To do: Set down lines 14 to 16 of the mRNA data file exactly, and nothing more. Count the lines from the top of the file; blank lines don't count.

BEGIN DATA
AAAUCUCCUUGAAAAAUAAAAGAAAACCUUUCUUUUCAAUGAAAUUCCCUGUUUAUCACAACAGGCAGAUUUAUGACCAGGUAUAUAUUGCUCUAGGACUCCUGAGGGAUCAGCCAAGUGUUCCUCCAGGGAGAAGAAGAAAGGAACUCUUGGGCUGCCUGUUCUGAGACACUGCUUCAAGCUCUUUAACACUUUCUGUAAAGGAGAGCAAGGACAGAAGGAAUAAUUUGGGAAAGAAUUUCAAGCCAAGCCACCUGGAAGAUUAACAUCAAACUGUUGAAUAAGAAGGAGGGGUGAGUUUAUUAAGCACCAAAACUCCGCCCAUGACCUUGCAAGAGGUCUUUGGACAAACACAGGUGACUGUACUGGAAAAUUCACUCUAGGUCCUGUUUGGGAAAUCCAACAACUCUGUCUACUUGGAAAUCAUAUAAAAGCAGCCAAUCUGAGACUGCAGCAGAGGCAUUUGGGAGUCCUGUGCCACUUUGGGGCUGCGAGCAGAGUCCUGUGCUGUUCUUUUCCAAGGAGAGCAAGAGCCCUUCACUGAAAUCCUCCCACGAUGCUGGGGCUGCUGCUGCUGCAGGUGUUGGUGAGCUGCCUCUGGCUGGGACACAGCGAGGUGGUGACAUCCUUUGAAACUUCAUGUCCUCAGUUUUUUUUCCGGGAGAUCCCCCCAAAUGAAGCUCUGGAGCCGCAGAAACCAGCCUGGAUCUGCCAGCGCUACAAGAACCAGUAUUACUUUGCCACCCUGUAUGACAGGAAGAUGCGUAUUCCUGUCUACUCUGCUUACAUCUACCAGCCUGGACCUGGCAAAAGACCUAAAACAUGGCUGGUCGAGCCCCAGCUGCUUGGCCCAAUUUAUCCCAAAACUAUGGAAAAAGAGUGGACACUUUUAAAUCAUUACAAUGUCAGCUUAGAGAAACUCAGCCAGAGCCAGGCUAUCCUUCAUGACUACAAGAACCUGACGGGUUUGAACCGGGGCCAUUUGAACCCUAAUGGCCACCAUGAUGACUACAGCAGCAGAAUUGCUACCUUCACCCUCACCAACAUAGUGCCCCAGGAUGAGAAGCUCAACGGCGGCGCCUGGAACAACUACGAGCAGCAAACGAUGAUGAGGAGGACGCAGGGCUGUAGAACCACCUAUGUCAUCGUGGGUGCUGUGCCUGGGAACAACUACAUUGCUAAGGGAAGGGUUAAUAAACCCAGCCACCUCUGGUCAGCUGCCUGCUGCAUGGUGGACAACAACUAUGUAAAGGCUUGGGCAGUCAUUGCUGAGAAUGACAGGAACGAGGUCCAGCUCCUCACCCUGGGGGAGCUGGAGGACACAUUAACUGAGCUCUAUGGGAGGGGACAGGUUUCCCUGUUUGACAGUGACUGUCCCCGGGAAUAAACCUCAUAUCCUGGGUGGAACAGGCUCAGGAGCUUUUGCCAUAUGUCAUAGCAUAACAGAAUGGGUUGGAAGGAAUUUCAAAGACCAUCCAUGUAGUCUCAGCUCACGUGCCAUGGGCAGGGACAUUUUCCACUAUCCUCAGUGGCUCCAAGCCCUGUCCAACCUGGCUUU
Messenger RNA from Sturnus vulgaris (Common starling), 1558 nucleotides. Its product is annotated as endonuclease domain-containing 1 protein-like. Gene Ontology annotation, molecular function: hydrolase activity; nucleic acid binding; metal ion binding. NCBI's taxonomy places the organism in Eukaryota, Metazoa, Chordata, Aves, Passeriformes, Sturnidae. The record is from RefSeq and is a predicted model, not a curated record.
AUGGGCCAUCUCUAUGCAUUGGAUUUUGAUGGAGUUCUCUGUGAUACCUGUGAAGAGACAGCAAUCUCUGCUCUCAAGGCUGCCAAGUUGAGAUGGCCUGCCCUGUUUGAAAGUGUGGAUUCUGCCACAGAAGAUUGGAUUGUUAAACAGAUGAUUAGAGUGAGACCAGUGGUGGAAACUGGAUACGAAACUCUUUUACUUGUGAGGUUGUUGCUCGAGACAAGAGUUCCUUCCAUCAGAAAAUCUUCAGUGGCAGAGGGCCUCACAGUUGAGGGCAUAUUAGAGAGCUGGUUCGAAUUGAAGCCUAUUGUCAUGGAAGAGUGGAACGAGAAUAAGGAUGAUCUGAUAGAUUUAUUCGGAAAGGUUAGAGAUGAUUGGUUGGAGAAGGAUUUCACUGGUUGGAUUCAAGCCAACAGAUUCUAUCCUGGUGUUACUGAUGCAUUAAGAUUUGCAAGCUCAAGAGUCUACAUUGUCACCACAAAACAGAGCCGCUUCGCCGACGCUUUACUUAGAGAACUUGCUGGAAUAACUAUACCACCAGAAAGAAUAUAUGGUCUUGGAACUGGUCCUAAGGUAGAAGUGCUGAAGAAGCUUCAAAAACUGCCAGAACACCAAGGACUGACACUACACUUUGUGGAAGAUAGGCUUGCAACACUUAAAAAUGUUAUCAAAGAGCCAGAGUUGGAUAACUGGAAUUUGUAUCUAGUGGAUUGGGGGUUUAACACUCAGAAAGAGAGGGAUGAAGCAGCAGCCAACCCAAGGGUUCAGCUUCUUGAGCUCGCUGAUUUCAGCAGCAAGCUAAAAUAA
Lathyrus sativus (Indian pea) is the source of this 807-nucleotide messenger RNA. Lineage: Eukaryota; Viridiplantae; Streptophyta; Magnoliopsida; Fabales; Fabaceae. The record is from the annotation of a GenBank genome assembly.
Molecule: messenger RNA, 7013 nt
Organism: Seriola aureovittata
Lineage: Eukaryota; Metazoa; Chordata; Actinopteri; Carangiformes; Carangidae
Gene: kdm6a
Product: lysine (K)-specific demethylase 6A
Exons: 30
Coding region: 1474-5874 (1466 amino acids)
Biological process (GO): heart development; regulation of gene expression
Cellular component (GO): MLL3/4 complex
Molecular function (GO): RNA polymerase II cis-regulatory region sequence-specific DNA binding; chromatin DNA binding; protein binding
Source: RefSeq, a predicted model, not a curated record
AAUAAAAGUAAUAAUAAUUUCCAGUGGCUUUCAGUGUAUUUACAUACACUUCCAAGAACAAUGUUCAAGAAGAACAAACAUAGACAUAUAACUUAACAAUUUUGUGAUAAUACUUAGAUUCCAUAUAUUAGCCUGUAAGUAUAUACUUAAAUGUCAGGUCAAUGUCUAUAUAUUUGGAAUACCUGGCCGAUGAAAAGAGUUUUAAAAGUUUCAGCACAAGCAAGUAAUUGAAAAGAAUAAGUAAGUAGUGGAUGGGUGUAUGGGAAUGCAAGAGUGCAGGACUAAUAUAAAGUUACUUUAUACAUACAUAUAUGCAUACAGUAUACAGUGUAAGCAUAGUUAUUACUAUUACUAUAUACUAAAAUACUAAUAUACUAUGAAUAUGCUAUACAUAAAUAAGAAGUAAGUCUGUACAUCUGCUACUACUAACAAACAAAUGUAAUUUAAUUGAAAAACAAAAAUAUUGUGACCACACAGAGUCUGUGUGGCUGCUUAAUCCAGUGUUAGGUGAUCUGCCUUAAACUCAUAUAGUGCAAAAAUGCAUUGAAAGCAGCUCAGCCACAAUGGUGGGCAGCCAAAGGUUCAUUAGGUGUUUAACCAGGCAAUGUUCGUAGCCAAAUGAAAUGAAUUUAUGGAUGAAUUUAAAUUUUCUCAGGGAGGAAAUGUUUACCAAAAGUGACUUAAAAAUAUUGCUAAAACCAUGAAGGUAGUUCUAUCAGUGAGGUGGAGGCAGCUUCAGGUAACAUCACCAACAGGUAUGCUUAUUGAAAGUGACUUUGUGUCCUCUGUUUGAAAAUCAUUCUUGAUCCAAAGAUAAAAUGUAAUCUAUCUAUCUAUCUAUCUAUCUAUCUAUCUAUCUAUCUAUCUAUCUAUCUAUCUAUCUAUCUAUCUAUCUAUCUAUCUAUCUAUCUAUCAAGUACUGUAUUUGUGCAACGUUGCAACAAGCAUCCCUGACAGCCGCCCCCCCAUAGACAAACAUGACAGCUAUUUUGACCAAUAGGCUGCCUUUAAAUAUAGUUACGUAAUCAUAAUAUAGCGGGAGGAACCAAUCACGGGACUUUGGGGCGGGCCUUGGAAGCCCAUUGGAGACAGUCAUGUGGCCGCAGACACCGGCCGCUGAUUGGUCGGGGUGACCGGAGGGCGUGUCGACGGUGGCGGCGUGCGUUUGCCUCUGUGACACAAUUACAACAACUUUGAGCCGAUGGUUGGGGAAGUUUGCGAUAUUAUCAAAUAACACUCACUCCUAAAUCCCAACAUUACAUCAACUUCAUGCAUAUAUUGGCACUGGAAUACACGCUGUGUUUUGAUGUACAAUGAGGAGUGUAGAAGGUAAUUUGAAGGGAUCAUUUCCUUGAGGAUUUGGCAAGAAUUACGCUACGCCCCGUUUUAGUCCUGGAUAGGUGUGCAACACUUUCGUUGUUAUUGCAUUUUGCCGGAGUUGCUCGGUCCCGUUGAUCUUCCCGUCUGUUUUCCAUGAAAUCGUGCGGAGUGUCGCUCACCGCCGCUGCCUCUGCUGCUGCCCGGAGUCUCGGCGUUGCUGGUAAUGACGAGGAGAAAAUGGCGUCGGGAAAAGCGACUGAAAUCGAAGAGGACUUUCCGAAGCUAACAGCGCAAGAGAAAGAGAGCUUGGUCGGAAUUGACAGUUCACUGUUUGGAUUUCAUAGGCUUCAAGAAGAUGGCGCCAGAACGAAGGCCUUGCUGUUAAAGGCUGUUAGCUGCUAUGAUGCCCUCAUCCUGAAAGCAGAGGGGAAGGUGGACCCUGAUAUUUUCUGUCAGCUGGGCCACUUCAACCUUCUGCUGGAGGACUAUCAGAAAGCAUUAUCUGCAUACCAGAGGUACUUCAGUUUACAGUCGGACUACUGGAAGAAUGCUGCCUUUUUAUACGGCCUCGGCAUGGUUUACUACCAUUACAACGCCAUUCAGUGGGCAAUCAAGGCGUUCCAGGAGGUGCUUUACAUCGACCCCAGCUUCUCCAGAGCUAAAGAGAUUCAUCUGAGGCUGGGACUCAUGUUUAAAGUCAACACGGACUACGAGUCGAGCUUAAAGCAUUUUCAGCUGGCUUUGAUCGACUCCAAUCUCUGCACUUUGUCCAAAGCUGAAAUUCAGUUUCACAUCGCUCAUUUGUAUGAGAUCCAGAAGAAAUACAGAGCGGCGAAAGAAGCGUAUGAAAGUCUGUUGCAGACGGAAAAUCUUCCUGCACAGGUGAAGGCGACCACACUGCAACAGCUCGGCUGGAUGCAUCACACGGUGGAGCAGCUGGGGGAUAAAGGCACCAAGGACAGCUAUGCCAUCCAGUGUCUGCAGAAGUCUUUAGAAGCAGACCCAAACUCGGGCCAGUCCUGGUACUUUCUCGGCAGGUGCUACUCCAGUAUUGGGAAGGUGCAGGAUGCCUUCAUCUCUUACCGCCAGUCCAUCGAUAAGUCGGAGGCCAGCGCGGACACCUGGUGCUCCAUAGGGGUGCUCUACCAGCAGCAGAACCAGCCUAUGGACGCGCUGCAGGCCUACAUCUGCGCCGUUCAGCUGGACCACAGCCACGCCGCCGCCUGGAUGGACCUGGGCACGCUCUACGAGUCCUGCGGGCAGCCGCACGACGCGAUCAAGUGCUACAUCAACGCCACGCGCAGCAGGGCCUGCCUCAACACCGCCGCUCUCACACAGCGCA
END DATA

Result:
Molecular function (GO): RNA polymerase II cis-regulatory region sequence-specific DNA binding; chromatin DNA binding; protein binding
Source: RefSeq, a predicted model, not a curated record
AAUAAAAGUAAUAAUAAUUUCCAGUGGCUUUCAGUGUAUUUACAUACACUUCCAAGAACAAUGUUCAAGAAGAACAAACAUAGACAUAUAACUUAACAAUUUUGUGAUAAUACUUAGAUUCCAUAUAUUAGCCUGUAAGUAUAUACUUAAAUGUCAGGUCAAUGUCUAUAUAUUUGGAAUACCUGGCCGAUGAAAAGAGUUUUAAAAGUUUCAGCACAAGCAAGUAAUUGAAAAGAAUAAGUAAGUAGUGGAUGGGUGUAUGGGAAUGCAAGAGUGCAGGACUAAUAUAAAGUUACUUUAUACAUACAUAUAUGCAUACAGUAUACAGUGUAAGCAUAGUUAUUACUAUUACUAUAUACUAAAAUACUAAUAUACUAUGAAUAUGCUAUACAUAAAUAAGAAGUAAGUCUGUACAUCUGCUACUACUAACAAACAAAUGUAAUUUAAUUGAAAAACAAAAAUAUUGUGACCACACAGAGUCUGUGUGGCUGCUUAAUCCAGUGUUAGGUGAUCUGCCUUAAACUCAUAUAGUGCAAAAAUGCAUUGAAAGCAGCUCAGCCACAAUGGUGGGCAGCCAAAGGUUCAUUAGGUGUUUAACCAGGCAAUGUUCGUAGCCAAAUGAAAUGAAUUUAUGGAUGAAUUUAAAUUUUCUCAGGGAGGAAAUGUUUACCAAAAGUGACUUAAAAAUAUUGCUAAAACCAUGAAGGUAGUUCUAUCAGUGAGGUGGAGGCAGCUUCAGGUAACAUCACCAACAGGUAUGCUUAUUGAAAGUGACUUUGUGUCCUCUGUUUGAAAAUCAUUCUUGAUCCAAAGAUAAAAUGUAAUCUAUCUAUCUAUCUAUCUAUCUAUCUAUCUAUCUAUCUAUCUAUCUAUCUAUCUAUCUAUCUAUCUAUCUAUCUAUCUAUCUAUCUAUCAAGUACUGUAUUUGUGCAACGUUGCAACAAGCAUCCCUGACAGCCGCCCCCCCAUAGACAAACAUGACAGCUAUUUUGACCAAUAGGCUGCCUUUAAAUAUAGUUACGUAAUCAUAAUAUAGCGGGAGGAACCAAUCACGGGACUUUGGGGCGGGCCUUGGAAGCCCAUUGGAGACAGUCAUGUGGCCGCAGACACCGGCCGCUGAUUGGUCGGGGUGACCGGAGGGCGUGUCGACGGUGGCGGCGUGCGUUUGCCUCUGUGACACAAUUACAACAACUUUGAGCCGAUGGUUGGGGAAGUUUGCGAUAUUAUCAAAUAACACUCACUCCUAAAUCCCAACAUUACAUCAACUUCAUGCAUAUAUUGGCACUGGAAUACACGCUGUGUUUUGAUGUACAAUGAGGAGUGUAGAAGGUAAUUUGAAGGGAUCAUUUCCUUGAGGAUUUGGCAAGAAUUACGCUACGCCCCGUUUUAGUCCUGGAUAGGUGUGCAACACUUUCGUUGUUAUUGCAUUUUGCCGGAGUUGCUCGGUCCCGUUGAUCUUCCCGUCUGUUUUCCAUGAAAUCGUGCGGAGUGUCGCUCACCGCCGCUGCCUCUGCUGCUGCCCGGAGUCUCGGCGUUGCUGGUAAUGACGAGGAGAAAAUGGCGUCGGGAAAAGCGACUGAAAUCGAAGAGGACUUUCCGAAGCUAACAGCGCAAGAGAAAGAGAGCUUGGUCGGAAUUGACAGUUCACUGUUUGGAUUUCAUAGGCUUCAAGAAGAUGGCGCCAGAACGAAGGCCUUGCUGUUAAAGGCUGUUAGCUGCUAUGAUGCCCUCAUCCUGAAAGCAGAGGGGAAGGUGGACCCUGAUAUUUUCUGUCAGCUGGGCCACUUCAACCUUCUGCUGGAGGACUAUCAGAAAGCAUUAUCUGCAUACCAGAGGUACUUCAGUUUACAGUCGGACUACUGGAAGAAUGCUGCCUUUUUAUACGGCCUCGGCAUGGUUUACUACCAUUACAACGCCAUUCAGUGGGCAAUCAAGGCGUUCCAGGAGGUGCUUUACAUCGACCCCAGCUUCUCCAGAGCUAAAGAGAUUCAUCUGAGGCUGGGACUCAUGUUUAAAGUCAACACGGACUACGAGUCGAGCUUAAAGCAUUUUCAGCUGGCUUUGAUCGACUCCAAUCUCUGCACUUUGUCCAAAGCUGAAAUUCAGUUUCACAUCGCUCAUUUGUAUGAGAUCCAGAAGAAAUACAGAGCGGCGAAAGAAGCGUAUGAAAGUCUGUUGCAGACGGAAAAUCUUCCUGCACAGGUGAAGGCGACCACACUGCAACAGCUCGGCUGGAUGCAUCACACGGUGGAGCAGCUGGGGGAUAAAGGCACCAAGGACAGCUAUGCCAUCCAGUGUCUGCAGAAGUCUUUAGAAGCAGACCCAAACUCGGGCCAGUCCUGGUACUUUCUCGGCAGGUGCUACUCCAGUAUUGGGAAGGUGCAGGAUGCCUUCAUCUCUUACCGCCAGUCCAUCGAUAAGUCGGAGGCCAGCGCGGACACCUGGUGCUCCAUAGGGGUGCUCUACCAGCAGCAGAACCAGCCUAUGGACGCGCUGCAGGCCUACAUCUGCGCCGUUCAGCUGGACCACAGCCACGCCGCCGCCUGGAUGGACCUGGGCACGCUCUACGAGUCCUGCGGGCAGCCGCACGACGCGAUCAAGUGCUACAUCAACGCCACGCGCAGCAGGGCCUGCCUCAACACCGCCGCUCUCACACAGCGCA